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The SSRC Library allows visitors to access materials related to self-sufficiency programs, practice and research. Visitors can view common search terms, conduct a keyword search or create a custom search using any combination of the filters at the left side of this page. To conduct a keyword search, type a term or combination of terms into the search box below, select whether you want to search the exact phrase or the words in any order, and click on the blue button to the right of the search box to view relevant results.

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  • Individual Author: Sen, Amartya
    Reference Type: Journal Article
    Year: 1976

    The primary aim of this paper is to propose a new measure of poverty, which should avoid some of the shortcomings of the measures currently in use. An axiomatic approach is used to derive the measure. The conception of welfare in the axiom set is ordinal. The information requirement for the new measure is quite limited, permitting practical use. (author abstract)

    The primary aim of this paper is to propose a new measure of poverty, which should avoid some of the shortcomings of the measures currently in use. An axiomatic approach is used to derive the measure. The conception of welfare in the axiom set is ordinal. The information requirement for the new measure is quite limited, permitting practical use. (author abstract)

  • Individual Author: Stack, Carol
    Reference Type: Book Chapter/Book
    Year: 1975

    All Our Kin is the chronicle of a young white woman's sojourn into The Flats, an African-American ghetto community, to study the support system family and friends form when coping with poverty. Eschewing the traditional method of entry into the community used by anthropologists -- through authority figures and community leaders -- she approached the families herself by way of an acquaintance from school, becoming one of the first sociologists to explore the black kinship network from the inside. The result was a landmark study that debunked the misconception that poor families were unstable and disorganized. On the contrary, her study showed that families in The Flats adapted to their poverty conditions by forming large, resilient, lifelong support networks based on friendship and family that were very powerful, highly structured and surprisingly complex.

    Universally considered the best analysis of family and kinship in a ghetto black community ever published, All Our Kin is also an indictment of a social system that reinforces welfare dependency and...

    All Our Kin is the chronicle of a young white woman's sojourn into The Flats, an African-American ghetto community, to study the support system family and friends form when coping with poverty. Eschewing the traditional method of entry into the community used by anthropologists -- through authority figures and community leaders -- she approached the families herself by way of an acquaintance from school, becoming one of the first sociologists to explore the black kinship network from the inside. The result was a landmark study that debunked the misconception that poor families were unstable and disorganized. On the contrary, her study showed that families in The Flats adapted to their poverty conditions by forming large, resilient, lifelong support networks based on friendship and family that were very powerful, highly structured and surprisingly complex.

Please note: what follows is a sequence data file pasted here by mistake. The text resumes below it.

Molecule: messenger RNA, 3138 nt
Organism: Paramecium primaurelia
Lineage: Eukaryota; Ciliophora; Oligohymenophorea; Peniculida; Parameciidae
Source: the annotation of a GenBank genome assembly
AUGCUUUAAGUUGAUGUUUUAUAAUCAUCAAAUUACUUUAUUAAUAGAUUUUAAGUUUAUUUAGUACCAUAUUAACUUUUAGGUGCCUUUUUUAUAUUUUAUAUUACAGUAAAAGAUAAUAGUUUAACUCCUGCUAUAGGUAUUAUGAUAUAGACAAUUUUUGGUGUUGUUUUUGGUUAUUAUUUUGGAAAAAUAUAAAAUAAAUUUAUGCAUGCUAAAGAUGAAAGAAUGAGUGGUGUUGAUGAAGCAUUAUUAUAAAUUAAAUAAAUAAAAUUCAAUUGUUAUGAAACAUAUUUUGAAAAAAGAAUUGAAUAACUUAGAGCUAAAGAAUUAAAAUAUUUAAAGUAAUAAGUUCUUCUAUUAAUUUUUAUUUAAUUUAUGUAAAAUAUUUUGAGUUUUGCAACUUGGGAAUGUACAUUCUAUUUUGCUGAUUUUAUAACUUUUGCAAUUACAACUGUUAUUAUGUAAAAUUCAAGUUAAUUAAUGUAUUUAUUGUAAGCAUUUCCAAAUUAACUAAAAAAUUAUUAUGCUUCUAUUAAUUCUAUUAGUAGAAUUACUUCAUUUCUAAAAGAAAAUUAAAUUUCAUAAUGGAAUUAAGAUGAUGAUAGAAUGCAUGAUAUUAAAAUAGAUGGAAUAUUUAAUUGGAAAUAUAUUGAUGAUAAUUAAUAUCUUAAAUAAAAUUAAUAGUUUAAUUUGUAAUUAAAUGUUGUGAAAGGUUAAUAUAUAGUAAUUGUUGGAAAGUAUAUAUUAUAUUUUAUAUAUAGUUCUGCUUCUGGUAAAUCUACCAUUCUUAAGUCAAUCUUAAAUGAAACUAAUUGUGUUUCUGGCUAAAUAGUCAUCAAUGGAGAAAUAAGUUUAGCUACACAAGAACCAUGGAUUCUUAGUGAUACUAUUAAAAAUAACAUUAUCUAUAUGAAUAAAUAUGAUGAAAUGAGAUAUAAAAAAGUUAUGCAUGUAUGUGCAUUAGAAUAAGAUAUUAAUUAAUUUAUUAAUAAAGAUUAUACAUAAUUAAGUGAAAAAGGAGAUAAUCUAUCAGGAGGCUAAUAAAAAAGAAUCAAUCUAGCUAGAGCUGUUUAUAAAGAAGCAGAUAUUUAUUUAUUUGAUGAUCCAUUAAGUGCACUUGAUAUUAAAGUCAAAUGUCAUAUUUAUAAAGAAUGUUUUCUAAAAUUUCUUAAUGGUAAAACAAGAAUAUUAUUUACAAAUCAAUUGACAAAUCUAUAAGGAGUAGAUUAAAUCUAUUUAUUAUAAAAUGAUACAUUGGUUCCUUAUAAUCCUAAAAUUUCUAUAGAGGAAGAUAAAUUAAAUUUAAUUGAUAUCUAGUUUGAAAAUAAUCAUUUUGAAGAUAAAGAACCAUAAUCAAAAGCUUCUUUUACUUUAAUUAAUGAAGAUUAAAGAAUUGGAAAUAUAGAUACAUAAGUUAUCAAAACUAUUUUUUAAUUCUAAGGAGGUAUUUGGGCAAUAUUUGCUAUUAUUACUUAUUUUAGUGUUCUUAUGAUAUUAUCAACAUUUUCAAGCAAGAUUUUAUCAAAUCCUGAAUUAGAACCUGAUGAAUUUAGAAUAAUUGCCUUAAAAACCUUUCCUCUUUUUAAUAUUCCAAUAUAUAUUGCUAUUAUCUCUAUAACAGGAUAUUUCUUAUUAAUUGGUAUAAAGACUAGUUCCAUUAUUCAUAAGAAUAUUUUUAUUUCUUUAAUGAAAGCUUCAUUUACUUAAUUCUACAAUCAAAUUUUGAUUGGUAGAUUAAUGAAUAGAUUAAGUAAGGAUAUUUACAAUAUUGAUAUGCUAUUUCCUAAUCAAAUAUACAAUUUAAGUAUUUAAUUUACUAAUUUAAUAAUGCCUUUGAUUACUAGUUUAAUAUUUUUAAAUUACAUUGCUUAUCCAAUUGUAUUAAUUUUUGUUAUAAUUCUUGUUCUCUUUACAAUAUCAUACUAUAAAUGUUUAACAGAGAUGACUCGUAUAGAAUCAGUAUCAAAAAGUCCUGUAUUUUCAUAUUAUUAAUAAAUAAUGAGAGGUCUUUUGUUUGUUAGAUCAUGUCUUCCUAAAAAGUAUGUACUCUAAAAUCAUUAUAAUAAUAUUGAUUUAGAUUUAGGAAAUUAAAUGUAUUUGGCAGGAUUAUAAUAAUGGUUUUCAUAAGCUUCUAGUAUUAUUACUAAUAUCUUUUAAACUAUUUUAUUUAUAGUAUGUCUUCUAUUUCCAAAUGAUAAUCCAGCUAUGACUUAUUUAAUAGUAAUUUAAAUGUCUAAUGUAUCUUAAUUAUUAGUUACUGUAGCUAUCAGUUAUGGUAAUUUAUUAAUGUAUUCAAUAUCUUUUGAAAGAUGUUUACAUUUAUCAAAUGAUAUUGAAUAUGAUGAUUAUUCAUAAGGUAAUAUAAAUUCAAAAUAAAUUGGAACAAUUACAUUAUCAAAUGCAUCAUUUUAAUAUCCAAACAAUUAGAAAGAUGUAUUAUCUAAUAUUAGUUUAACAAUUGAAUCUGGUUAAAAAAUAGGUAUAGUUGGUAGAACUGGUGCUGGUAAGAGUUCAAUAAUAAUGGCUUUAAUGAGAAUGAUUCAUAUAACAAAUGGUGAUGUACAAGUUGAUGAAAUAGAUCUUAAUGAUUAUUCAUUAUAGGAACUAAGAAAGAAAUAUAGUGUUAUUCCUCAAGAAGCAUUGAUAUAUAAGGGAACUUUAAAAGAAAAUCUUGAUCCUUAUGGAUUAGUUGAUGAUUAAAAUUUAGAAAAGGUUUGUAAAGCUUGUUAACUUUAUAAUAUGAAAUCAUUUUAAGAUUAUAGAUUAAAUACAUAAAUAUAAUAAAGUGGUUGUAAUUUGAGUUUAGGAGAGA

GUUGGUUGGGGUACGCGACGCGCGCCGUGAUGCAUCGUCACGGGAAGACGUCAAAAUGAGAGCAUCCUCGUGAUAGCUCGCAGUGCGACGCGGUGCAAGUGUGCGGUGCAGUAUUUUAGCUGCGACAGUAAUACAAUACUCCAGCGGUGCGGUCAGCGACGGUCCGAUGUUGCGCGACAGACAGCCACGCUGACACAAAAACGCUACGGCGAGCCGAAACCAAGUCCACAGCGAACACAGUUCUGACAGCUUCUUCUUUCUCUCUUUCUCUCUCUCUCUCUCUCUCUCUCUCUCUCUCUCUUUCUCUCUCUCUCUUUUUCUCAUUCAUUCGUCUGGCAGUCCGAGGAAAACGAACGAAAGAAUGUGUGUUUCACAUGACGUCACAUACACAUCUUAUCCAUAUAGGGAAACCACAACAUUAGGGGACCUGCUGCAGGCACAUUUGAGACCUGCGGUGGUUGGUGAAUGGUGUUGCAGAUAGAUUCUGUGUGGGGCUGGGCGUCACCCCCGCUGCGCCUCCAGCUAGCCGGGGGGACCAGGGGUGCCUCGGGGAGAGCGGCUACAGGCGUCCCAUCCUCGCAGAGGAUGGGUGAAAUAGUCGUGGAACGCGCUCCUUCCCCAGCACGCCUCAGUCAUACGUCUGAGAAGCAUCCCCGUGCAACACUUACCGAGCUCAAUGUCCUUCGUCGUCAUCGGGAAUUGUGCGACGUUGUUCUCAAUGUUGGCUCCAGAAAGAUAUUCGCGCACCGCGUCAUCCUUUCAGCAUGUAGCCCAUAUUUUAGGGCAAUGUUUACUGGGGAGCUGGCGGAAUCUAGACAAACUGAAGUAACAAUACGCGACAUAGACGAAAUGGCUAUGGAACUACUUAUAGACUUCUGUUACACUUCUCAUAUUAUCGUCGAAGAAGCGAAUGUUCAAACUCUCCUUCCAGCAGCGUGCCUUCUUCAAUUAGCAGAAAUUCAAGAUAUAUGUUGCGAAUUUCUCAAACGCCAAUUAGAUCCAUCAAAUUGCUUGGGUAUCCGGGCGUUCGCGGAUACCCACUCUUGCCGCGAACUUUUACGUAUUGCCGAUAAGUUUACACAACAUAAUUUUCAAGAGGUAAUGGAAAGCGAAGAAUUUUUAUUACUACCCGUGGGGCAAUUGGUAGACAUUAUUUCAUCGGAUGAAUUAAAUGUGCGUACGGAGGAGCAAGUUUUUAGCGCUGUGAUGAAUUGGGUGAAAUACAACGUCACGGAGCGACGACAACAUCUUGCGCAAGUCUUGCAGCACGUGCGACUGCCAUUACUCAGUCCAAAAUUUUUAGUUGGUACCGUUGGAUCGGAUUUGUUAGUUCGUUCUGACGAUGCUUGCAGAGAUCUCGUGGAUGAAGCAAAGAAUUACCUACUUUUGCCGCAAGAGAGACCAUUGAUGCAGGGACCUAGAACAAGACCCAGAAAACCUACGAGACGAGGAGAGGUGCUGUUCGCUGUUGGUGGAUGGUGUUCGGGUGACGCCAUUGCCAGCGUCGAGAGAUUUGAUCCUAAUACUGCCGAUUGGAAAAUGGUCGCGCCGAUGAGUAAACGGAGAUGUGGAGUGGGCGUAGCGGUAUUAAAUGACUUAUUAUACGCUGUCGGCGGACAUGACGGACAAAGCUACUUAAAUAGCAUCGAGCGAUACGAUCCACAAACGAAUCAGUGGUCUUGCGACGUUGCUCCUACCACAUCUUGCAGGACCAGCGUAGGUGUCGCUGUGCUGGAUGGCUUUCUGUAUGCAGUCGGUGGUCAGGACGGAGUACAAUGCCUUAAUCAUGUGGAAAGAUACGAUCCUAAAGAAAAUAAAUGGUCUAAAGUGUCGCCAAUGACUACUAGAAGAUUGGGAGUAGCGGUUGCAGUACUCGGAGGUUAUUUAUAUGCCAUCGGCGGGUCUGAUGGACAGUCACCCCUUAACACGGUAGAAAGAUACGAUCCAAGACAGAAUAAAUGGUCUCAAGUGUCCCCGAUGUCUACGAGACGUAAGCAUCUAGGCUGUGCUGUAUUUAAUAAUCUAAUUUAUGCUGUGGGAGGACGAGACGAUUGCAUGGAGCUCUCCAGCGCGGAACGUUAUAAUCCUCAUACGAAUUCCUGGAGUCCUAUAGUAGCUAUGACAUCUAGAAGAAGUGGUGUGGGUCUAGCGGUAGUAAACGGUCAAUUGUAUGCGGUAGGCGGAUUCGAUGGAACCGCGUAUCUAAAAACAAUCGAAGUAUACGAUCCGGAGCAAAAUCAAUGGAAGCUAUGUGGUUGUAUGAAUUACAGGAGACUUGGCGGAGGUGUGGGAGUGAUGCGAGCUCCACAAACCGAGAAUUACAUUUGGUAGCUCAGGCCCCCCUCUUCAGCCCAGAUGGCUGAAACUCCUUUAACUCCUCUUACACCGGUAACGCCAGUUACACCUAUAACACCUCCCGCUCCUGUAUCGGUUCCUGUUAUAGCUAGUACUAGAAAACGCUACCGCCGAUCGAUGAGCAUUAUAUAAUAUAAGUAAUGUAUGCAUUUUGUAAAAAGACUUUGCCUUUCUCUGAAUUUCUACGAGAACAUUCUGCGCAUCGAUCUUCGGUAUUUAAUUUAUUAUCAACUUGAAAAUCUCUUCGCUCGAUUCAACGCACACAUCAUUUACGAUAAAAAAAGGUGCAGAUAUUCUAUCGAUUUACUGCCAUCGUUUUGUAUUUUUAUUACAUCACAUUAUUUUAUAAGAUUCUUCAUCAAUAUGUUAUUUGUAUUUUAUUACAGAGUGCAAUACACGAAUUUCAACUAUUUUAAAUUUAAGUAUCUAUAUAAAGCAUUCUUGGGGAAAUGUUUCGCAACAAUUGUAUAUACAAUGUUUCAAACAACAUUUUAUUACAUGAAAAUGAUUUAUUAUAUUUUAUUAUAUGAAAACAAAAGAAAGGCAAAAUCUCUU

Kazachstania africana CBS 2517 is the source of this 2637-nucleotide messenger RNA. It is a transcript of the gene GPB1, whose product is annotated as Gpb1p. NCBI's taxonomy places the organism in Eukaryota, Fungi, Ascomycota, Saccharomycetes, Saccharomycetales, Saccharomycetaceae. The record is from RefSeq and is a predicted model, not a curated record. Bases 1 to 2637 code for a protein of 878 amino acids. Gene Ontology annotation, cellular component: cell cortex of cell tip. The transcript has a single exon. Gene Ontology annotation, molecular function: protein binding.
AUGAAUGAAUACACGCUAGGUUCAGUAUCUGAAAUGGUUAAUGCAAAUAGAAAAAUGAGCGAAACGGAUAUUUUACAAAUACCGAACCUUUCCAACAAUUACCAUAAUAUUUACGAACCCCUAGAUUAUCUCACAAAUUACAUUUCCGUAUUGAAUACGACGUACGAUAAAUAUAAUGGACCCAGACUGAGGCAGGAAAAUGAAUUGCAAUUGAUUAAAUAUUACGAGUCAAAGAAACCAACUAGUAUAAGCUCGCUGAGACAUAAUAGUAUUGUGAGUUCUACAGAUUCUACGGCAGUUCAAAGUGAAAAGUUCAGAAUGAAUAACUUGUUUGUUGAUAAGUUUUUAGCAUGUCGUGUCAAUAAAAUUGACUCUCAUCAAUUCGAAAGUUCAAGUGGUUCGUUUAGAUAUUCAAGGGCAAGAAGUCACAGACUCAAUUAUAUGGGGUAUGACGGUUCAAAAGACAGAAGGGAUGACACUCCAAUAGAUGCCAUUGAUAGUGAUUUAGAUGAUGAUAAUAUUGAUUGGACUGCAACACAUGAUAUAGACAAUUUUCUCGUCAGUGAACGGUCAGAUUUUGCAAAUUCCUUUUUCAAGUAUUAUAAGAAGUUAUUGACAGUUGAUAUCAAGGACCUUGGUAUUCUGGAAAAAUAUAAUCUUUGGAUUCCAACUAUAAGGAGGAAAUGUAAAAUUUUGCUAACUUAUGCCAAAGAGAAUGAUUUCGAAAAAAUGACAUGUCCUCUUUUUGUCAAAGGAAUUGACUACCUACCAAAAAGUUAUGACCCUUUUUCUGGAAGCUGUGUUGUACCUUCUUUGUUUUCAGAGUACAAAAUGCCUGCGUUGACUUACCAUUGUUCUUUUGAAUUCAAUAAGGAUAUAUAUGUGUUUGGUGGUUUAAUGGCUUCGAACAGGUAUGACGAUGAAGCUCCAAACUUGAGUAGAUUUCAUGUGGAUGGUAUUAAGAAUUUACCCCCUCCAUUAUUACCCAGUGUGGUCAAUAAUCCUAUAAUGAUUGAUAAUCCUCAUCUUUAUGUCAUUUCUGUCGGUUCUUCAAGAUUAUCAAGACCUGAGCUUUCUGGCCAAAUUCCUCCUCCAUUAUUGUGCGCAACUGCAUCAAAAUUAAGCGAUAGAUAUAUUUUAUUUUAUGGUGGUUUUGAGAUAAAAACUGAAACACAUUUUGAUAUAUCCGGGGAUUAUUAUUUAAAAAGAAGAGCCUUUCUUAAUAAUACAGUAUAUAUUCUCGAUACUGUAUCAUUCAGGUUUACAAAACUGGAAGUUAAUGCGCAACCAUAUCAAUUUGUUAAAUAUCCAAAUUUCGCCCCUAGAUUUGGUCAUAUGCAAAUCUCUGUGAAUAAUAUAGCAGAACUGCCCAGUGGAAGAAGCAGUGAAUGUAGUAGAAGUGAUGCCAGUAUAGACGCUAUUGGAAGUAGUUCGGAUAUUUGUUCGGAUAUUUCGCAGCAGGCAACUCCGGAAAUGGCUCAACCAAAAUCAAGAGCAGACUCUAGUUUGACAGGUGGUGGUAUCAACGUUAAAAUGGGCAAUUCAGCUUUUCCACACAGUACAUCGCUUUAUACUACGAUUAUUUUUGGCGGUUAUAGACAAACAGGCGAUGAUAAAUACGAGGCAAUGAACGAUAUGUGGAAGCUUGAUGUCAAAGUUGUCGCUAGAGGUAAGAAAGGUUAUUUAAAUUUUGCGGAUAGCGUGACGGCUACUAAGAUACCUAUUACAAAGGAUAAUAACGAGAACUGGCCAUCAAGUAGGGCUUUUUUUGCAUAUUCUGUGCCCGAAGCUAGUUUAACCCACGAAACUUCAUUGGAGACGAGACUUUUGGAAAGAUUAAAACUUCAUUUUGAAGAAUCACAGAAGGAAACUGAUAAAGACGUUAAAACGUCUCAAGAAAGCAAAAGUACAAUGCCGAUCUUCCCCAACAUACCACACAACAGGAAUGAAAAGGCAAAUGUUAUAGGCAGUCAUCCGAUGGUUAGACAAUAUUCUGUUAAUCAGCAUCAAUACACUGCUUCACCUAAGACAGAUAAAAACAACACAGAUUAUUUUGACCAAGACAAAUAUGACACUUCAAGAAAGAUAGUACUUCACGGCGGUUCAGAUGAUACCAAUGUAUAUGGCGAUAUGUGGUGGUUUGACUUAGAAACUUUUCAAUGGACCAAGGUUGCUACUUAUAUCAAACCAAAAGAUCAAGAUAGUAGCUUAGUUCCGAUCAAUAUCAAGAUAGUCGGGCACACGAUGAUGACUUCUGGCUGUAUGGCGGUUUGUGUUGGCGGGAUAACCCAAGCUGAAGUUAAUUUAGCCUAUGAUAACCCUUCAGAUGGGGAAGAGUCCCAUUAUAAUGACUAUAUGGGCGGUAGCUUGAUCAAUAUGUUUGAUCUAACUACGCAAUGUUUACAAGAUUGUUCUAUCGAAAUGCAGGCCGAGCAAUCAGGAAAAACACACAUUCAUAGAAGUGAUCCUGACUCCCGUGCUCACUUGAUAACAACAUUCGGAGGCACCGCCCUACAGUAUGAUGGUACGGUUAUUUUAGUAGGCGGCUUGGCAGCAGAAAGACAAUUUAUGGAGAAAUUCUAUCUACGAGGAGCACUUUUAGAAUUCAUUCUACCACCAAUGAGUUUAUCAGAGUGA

Universally considered the best analysis of family and kinship in a ghetto black community ever published, All Our Kin is also an indictment of a social system that reinforces welfare dependency and chronic unemployment. As today's political debate over welfare reform heats up, its message has become more important than ever. (author abstract)

  • Individual Author: Ross, Heather; Sawhill, Isabel V.; MacIntosh, Anita R.
    Reference Type: Book Chapter/Book
    Year: 1975

    Single parent families, usually headed by women, are transitional in two important senses: they frequently represent a transitional stage between marriages; and they are a symptom of the transition from a "distributive" family structure, in which a man provides resources for financially dependent women and children, to a form characterized by less specialized marital roles and more equal sharing of the physical care and financial support of children. This book examines the social and public policy implications of these changes. It is divided into seven chapters. Chapter 1, "Introduction," provides reasons for research and explanations for change. Chapter 2, "Families Headed by Women: Their Growth and Changing Composition," explores recent trends and family demography. Chapter 3,"Marital Instability," examines marriage from psychological, economic, and social perspectives. Chapter 4, "Race and Family Structure," discusses racial family differences and recent trends in female headedness among black families. Chapter 5, "Welfare and Female-Headed Families," examines the roles of...